After a cold winter in the Chicago suburbs, you might begin to wonder how your landscaping will be affected after months of ice and snow. The impact of the winter can depend on a number of environmental factors, such as site and soil characteristics, and on the types of plants or hardscape involved.
Damage to Plants
When considering your plants, trees or shrubs, keep in mind that the following cold weather issues can occur. Don’t worry though, you’ll find that there are ways to remedy each situation.
Almost all plants will experience some level of dieback. Specific species include Japanese maples, Japanese tree lilacs, magnolias, roses and vines. Most of these plants can be pruned or trimmed at the start of growing season.
Broadleaf evergreens such as boxwood, rhododendron, holly, azalea and needled evergreens like yews, arborvitae, spruce or pine may show signs of winter burn. Most plants that don’t lose leaves over the winter can experience winter burn. Winter burn takes place as a result of either extremely cold or extremely mild winters, and in both cases is compounded by a lack of snow or rain in combination with strong winds and sun. What will the damage look like? The leaves or needles will turn yellow, then brown and may dry up in response to weather conditions. As a preventative measure, you can spray evergreens with an anti-transpirant in order to help prevent winter burn.
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Maples, linden, cherry are species that may experience sun scald, which occurs when the bark freezes following high temperatures during the winter. Protect trunks of thin-barked trees (ash, maples, and lindens) from winter sun scald by wrapping trunks with commercial tree wrap or plastic tree guards.
Shallow rooted plants like perennials and roses may experience root damage as a result of the cold weather. Root tissues don’t often acclimate to temperatures below freezing and shallow rooted plants may be killed by soil temperature below 15°F. Plants with frozen roots may wilt and die when the rest of your plants begin to grow in the spring. Protect shallow rooted plants during the winter with mulch or leaf litter. Mulch or leaf litter will insulate the soil and help prevent soil temperatures from falling much below freezing. Prune plantings back in spring as needed and deep root feed to promote health and vigor.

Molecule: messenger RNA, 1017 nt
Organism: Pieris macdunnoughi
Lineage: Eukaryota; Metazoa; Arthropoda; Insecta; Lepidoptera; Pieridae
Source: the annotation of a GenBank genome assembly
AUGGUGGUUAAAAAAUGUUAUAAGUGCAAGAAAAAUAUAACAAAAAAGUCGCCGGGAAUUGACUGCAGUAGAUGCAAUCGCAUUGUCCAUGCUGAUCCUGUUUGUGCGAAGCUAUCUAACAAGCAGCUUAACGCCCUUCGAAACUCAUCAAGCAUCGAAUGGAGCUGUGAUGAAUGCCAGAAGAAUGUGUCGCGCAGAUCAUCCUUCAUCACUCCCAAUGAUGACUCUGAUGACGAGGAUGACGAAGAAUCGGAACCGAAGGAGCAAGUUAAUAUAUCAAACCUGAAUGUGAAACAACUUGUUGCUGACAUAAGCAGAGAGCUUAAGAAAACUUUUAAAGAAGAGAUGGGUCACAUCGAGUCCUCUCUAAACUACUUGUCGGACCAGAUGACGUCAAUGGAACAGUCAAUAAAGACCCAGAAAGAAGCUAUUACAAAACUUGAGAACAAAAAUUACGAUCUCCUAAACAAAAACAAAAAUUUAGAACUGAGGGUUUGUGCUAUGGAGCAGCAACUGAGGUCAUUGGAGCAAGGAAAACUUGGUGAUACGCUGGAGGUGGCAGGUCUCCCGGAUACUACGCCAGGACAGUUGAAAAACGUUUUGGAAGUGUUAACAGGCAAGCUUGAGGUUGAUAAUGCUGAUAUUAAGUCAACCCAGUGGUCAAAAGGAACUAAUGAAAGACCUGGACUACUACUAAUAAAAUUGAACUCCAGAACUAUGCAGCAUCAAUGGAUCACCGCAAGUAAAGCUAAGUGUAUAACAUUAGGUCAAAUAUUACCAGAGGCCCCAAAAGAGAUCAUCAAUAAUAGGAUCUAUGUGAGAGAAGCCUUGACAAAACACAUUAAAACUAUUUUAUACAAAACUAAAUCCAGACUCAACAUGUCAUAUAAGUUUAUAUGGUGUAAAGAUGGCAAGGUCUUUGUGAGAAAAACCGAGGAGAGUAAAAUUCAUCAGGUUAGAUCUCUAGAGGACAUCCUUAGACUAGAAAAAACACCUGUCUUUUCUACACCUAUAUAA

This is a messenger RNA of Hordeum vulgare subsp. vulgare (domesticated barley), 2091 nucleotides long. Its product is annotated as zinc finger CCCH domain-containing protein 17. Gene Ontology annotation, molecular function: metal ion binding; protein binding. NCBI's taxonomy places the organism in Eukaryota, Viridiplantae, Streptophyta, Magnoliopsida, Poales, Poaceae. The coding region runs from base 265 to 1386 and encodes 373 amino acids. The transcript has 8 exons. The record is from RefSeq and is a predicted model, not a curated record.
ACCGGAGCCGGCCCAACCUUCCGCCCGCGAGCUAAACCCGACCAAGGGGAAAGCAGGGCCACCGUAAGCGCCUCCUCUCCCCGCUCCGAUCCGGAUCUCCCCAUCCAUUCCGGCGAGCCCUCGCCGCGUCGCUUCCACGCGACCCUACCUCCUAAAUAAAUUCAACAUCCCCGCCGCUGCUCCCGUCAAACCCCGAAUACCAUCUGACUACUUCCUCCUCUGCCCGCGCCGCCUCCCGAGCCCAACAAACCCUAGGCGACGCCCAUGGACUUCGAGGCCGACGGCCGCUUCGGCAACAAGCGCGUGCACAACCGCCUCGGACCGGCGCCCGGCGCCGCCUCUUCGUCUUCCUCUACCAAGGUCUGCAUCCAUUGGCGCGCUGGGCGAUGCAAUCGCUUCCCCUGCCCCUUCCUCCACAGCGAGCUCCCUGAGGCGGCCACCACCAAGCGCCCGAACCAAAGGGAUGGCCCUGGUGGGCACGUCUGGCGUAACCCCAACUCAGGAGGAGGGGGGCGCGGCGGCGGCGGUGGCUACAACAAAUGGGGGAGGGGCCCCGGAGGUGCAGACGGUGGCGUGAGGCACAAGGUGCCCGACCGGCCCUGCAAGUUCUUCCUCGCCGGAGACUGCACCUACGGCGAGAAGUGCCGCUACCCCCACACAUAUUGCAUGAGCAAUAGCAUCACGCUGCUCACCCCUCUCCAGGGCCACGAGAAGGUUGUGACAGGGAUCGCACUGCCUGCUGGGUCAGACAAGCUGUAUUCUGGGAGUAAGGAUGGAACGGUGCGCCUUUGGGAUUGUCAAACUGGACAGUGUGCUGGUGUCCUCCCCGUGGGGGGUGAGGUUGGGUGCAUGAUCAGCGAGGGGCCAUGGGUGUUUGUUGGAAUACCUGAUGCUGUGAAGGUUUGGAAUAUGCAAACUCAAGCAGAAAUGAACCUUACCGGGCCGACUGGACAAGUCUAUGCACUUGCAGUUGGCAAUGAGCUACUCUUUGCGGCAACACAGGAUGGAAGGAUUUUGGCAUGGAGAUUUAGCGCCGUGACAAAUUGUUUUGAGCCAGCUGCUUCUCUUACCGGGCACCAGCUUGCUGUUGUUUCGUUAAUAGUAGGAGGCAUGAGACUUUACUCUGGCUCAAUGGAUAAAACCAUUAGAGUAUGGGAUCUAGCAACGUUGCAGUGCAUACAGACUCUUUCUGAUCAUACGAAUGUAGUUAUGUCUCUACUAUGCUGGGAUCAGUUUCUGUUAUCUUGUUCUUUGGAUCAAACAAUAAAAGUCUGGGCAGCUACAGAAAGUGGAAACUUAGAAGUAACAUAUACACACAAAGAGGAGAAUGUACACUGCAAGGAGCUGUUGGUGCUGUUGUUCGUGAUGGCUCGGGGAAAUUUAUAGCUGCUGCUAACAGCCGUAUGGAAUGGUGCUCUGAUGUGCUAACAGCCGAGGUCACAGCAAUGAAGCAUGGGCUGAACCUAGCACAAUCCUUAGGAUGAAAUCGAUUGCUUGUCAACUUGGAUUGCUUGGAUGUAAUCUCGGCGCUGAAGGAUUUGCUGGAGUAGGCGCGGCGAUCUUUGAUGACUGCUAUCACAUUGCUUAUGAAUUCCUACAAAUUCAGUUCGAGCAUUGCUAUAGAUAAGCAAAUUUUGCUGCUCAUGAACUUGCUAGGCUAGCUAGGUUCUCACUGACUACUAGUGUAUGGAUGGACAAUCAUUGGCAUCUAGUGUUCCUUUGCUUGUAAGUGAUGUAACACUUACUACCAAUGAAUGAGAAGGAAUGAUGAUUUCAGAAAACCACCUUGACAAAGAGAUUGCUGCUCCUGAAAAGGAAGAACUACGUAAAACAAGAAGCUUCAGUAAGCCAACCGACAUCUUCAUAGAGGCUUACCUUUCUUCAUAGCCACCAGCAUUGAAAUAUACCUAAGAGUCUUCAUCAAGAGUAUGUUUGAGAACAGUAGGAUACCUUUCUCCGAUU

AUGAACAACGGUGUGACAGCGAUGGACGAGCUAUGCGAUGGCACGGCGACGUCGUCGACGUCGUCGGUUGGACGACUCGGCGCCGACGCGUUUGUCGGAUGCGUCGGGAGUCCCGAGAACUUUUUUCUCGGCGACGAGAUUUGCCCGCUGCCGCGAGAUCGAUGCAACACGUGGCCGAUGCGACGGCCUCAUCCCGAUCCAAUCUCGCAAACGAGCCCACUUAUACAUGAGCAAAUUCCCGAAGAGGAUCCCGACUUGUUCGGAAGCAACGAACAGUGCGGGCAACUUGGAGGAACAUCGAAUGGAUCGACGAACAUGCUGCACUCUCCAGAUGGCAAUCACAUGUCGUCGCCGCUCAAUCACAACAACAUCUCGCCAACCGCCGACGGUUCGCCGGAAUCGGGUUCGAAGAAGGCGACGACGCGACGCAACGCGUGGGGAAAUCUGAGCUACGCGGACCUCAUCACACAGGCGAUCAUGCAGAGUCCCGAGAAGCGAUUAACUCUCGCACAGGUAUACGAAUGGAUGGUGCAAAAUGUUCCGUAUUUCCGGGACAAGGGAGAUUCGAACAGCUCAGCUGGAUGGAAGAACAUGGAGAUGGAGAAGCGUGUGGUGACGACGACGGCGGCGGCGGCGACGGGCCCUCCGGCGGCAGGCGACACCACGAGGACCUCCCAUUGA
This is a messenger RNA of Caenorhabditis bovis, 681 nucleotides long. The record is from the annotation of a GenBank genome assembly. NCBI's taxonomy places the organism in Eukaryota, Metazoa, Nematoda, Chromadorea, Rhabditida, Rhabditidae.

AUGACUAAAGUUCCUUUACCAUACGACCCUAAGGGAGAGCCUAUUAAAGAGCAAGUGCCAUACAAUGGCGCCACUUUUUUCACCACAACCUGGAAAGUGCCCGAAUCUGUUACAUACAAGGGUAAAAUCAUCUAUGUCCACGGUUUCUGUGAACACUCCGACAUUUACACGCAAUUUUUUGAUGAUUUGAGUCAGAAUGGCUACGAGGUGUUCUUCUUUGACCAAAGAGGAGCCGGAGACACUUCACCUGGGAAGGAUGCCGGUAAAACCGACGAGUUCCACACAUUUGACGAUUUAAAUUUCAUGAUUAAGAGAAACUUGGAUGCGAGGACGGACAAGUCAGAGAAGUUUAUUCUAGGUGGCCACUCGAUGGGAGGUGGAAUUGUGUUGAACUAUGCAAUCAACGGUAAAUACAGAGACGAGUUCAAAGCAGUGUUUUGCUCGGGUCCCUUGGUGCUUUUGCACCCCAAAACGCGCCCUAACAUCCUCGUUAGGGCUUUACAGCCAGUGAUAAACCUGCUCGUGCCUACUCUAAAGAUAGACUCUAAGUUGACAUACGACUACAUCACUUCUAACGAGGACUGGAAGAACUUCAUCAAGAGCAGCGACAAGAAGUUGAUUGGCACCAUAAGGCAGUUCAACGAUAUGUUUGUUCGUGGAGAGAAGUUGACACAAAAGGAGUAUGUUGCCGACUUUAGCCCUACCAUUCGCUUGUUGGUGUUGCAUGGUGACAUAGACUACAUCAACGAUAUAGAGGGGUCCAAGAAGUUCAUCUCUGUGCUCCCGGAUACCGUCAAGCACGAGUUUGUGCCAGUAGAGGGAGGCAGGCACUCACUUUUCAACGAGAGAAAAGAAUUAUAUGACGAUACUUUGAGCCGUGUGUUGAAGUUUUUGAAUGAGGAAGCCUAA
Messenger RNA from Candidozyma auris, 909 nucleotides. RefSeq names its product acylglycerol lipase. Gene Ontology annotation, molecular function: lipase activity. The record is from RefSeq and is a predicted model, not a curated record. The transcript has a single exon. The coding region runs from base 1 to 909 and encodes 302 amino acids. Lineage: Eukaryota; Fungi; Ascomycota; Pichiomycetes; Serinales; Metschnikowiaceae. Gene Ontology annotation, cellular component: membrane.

Almost all plants near driveways and walkways are susceptible. Keep a particular eye on parkway trees, evergreens, shrubs, grasses and perennials. Symptoms will appear in spring or early summer and include browning of evergreens, leaf scorch, branch die back and dead areas. Prune plantings back in spring as needed and deep root feed to promote health and vigor.
Damage to Hardscapes
When considering your hardscapes, here are examples of what you might expect to see, along with tips on how you can prevent or correct these issues.
Heaving, shifting, cracking, breakage, spalling, discoloration, staining
When water or snow seeps into cracks, it can freeze and expand, deepening the openings on your hardscape surfaces. It can also get underneath the rock or hardscape and cause cracks or lifting. Depending on the nature and scope, most of this damage may be repaired by resetting of hardscape features.
Not only can salt be a threat to flora and fauna, salt can also damage your soil, stone, concrete and masonry. Schedule a thorough cleaning and sealing when spring arrives.
Frozen drainage from gutters, downspout, and draintile may cause damage as a result of excessive freezing and run-off. A simple fix is to install a temporary pipe to serve as a back up above the ground in order to get water away from the house.
If you are concerned about cold weather damage to your landscaping, contact us at (630) 932-8966 or email us at firstname.lastname@example.org.